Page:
During the first few months of my journey into blockchain, I met a lot of influencers in the community. It was inspiring to see that there was more to blockchain than cryptocurrency, and more to the law than the way it is currently being applied. From there, I have worked with some fantastic clients who have used blockchain to set up insurance platforms to advising clients on record breaking Initial Coin Offerings which have funded various blockchain platforms. It’s been a wild ride as entrepreneurs constantly push the boundaries, and it’s been such a pleasure to help their dreams turn into reality.
#4 Do you think the blockchain scene promotes equality?
In general, I believe the blockchain community faces the same barriers to promoting women’s equality as other predominantly male industries. And this is due to the fact that there may not be a lot of women with the knowledge to enter the community. There is a drive in Hong Kong to educate the young and to make technology “cool”. The Women’s Foundation runs the “Girls Go Tech Programme” aimed at secondary-school girls to encourage them to follow STEM subjects and careers through skills-based workshops and educational sessions. Arming the younger generation with the information as to the type of opportunities available in the technology industry will, in future, bring more equality to the blockchain community.
That said I do believe the blockchain community is fairly well represented by both genders. As an evolving space, it is now the “trendy” place to be and whilst seen as a very “male” industry, there are steps in the right direction. Taking a look at the Fintech Association of Hong Kong (“FTAHK”) as example, they have sourced the ‘crème de la crème’ of Hong Kong’s fintech influencers and its board of directors boasts an almost equal female representation (5 women to 6 men).
Similarly, their committees have a very even spread of both genders. I do not believe equality itself is an issue in the community, more so the lack of women who have the knowledge in this space. This is further demonstrated by the fact that the majority of my contacts at the Securities and Futures Commission are female. I do believe the opportunity is there for those who can access it.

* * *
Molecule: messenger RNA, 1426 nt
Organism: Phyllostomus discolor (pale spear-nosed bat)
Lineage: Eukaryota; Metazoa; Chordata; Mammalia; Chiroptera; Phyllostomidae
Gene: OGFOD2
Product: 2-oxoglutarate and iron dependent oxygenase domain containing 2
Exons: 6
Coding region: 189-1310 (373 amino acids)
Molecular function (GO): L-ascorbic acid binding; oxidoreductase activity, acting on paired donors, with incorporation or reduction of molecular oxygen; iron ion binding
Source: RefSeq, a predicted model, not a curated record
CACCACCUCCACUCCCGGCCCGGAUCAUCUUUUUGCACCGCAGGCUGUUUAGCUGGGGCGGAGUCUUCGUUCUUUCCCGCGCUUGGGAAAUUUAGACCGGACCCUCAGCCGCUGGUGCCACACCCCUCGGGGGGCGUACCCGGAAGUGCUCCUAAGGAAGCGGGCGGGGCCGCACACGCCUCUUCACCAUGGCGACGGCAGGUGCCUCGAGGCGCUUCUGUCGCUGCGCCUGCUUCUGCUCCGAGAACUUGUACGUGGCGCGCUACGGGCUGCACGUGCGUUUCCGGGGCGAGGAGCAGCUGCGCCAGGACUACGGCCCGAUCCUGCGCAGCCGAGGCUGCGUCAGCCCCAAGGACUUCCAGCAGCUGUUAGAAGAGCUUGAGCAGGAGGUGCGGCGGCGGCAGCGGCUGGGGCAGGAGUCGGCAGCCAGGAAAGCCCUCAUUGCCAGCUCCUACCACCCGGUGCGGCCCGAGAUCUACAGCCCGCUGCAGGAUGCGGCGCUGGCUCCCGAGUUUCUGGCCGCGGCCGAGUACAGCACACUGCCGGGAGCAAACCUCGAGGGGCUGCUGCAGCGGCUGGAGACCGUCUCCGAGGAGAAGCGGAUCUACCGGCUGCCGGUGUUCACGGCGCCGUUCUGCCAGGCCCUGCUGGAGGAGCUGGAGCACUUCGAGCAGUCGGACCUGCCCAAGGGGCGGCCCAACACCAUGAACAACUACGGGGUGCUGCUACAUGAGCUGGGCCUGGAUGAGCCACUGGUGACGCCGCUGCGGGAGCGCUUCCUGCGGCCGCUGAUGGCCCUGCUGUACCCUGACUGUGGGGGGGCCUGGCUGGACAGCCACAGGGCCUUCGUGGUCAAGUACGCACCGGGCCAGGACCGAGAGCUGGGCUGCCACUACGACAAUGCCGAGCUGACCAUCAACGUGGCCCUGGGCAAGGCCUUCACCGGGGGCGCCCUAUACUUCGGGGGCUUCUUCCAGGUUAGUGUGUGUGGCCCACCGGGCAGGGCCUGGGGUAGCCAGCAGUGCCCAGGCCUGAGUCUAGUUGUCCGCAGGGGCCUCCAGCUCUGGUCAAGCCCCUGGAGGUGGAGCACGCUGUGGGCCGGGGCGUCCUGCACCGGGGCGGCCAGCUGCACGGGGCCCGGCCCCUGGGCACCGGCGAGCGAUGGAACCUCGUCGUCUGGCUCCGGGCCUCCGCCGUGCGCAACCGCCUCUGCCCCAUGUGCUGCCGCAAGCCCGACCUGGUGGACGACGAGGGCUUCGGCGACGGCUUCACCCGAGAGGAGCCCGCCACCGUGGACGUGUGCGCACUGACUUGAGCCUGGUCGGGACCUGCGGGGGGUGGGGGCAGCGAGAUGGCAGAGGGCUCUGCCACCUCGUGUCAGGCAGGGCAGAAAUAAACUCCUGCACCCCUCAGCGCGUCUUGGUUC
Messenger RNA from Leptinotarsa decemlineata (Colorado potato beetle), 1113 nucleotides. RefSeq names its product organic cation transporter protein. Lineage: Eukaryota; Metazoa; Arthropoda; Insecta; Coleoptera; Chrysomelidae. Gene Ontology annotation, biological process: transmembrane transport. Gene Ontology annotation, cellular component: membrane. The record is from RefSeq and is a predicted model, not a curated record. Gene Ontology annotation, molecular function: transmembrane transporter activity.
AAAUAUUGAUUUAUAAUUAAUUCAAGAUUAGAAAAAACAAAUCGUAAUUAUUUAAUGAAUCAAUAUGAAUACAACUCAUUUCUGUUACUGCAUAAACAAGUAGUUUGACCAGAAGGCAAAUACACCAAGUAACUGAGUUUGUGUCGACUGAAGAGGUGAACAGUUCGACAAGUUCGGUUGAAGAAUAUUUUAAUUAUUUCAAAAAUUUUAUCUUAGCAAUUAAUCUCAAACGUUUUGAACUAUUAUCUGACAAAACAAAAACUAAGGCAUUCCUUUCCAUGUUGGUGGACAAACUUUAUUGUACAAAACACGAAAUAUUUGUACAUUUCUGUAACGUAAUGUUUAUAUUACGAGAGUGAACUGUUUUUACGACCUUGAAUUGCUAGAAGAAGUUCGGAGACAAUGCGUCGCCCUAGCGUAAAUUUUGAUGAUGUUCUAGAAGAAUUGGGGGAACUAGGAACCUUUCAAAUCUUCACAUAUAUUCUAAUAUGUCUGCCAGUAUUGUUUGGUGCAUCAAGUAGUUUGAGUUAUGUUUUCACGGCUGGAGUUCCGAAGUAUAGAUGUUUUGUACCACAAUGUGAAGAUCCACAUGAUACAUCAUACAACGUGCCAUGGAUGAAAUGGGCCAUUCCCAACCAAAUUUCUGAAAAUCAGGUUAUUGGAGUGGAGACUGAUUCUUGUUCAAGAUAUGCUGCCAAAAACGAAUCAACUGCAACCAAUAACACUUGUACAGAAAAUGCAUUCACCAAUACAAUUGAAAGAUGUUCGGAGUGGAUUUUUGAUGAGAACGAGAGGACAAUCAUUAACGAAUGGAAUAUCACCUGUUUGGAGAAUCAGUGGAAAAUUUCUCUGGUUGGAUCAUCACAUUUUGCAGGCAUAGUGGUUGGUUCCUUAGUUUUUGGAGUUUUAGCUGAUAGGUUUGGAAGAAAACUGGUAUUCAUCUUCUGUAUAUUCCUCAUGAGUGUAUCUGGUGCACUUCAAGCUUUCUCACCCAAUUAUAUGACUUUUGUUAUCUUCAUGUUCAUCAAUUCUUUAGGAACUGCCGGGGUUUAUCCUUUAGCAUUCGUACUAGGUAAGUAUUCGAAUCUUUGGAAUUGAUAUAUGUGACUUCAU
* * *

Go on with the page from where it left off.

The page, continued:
#5 Have you faced any challenges as a woman in blockchain?
The blockchain community has certainly grown, and I haven’t faced this issue in a while. However, during 2017, I was kindly invited to speak on a number of fintech panels. On the circuit, there were a number of comments of how few women speakers there were, and it was almost as though I was perceived by other panellists (and not the organisers) as the “token” female for the sake of gender equality, more than for my knowledge and insight into the industry.
This was a difficult barrier to overcome when you’re settling in for a panel discussion because all you can think is that the audience must have the same perception! However as soon as my turn came round to speak, my insight and contributions to the discussions were recognised as valid. The fact that I had to prove myself to strangers in my community was somewhat frustrating, but believing in yourself and the right to a voice is the way to overcome any such misconception.
#6 How do you see blockchain shaping our future?
I believe that blockchain is here to stay and that it will evolve. However, I am unsure how it will (or even if it will) take hold and possibly become the “must use” technology. I am open-minded, but there are many operators in the industry that say it is not totally necessary. My only insight would be that any technology which can cut down fraudulent transactions and can accurately record matters in any format is an advantage. This holds true particularly in Asia, where we have a high incident of fraud.
#7 What advice would you give to newbies?
My advice would be to learn as much as you can, and however you can. Working with those in the industry is obviously best, but, if you are not able to do so, attend lectures or look at YouTube which hosts a plethora of good talks. Another option is to join an association or trade group to take advantage of being part of a group who has similar goals and interests. Once you have gained enough knowledge, write thought leadership pieces or speak at events to put a bit of colour on your ideas. The great thing about being part of a growing (new) movement is that everyone has a voice.
Thanks to Kristi for the awesome interview. Contentworks Agency is at the centre of marketing for the blockchain sector. We stay up to date with the latest technological developments and regulatory news to help finance companies and ICOs succeed. If you enjoyed this episode of Women in Blockchain, please share it with your networks. For more information about blockchain marketing services connect with our team.